Carlo Innocenzi is a wonderful man. He died in Rome in 1962 but is still very much alive. Firstly, there are his art-deco covers which he designed for popular Italian songs: they keep you happy all day long.
Secondly, as a trained violist and composer he launched several popular songs of his own, a.o. ‘Il primo amore‘ and ‘Prigoniero di un Sogno‘. Part of this success was due to the lyrics by Marcella Rivi, nom de plume of Sonia Pearlwing (1910-1981), the woman he promptly maried. In the late 1930s he started working for Italian cinema and was hardly able to stop: he composed more than 150 songs and scores for the screen.
But in the third place, Innocenzi is still amongst us because in the Umbrian town where he was born in 1899, Monteleone di Spoleto, a street band named Corpo Bandistico Carlo Innocenzi brings his name and memory very much aLIVE.
The lovely lady on the cover is enjoying a glass of asti spumante, a sparkling white Italian wine from Piemonte. The sheet music was published around 1914.
Thanks to Michael Hölters, an art history student at the university of Vienna we were able to identify the monogram of the artist as belonging to Marianne Hitschmann-Steinberger. She was an Austrian Jewish artist who studied with Adolf Böhm and Friedrich König (both members of the Vienna Secession). She is mainly known as bookplate (ex libris) artist and illustrator of children’s books and postcards. In 1919 she died at the age of 32 of pneumonia in the flu pandemic, followed three days later by the death of her husband.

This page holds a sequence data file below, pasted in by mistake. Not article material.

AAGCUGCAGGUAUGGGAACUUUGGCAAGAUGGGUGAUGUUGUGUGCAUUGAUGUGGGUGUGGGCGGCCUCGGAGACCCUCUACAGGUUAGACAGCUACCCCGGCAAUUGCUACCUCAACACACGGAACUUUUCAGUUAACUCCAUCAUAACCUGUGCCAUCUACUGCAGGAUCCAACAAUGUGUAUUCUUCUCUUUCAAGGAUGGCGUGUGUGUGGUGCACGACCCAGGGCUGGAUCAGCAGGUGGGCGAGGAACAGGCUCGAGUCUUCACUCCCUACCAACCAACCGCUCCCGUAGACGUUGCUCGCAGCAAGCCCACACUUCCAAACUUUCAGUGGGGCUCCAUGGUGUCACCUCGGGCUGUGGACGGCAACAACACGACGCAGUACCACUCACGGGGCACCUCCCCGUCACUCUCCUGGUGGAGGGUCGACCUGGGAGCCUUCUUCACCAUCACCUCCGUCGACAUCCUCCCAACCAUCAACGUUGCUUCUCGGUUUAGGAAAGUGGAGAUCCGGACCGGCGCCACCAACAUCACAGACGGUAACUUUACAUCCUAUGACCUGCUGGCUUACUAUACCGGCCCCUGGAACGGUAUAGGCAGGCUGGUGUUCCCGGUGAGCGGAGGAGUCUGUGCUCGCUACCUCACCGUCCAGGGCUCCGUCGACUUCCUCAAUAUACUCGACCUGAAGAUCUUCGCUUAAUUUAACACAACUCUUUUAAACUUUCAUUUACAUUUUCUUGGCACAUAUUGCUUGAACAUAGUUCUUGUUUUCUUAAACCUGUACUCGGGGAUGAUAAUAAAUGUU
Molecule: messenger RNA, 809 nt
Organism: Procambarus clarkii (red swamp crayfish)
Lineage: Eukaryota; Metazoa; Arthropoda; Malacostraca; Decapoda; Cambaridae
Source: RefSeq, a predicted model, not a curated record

In the ex libris, she created for her husband, you can clearly see the typical emphasis of Jugendstil on two-dimensional linear design. And she was influenced by Japonism as made clear by this drawing and by the beautiful picture of her in a kimono-style dress.
Robert Laroche is a wonderful illustrator. Dreamy women, sensual decorations, amazing flowers, pistachio and fuchsia colours, elegant typography, languorous couples, typical ink speckles… one recognizes a Laroche instantly. During the Parisian 1920s Laroche mainly worked for Max Eschig and Smyth.
We are happy that the scientific committee at Images Musicales 😉 has unanimously accepted the iconographic evidence to include those and five more covers signed with ‘LR’ to the artistic work of Robert Laroche. Hereunder we share with you a potpourri of the graphic arguments…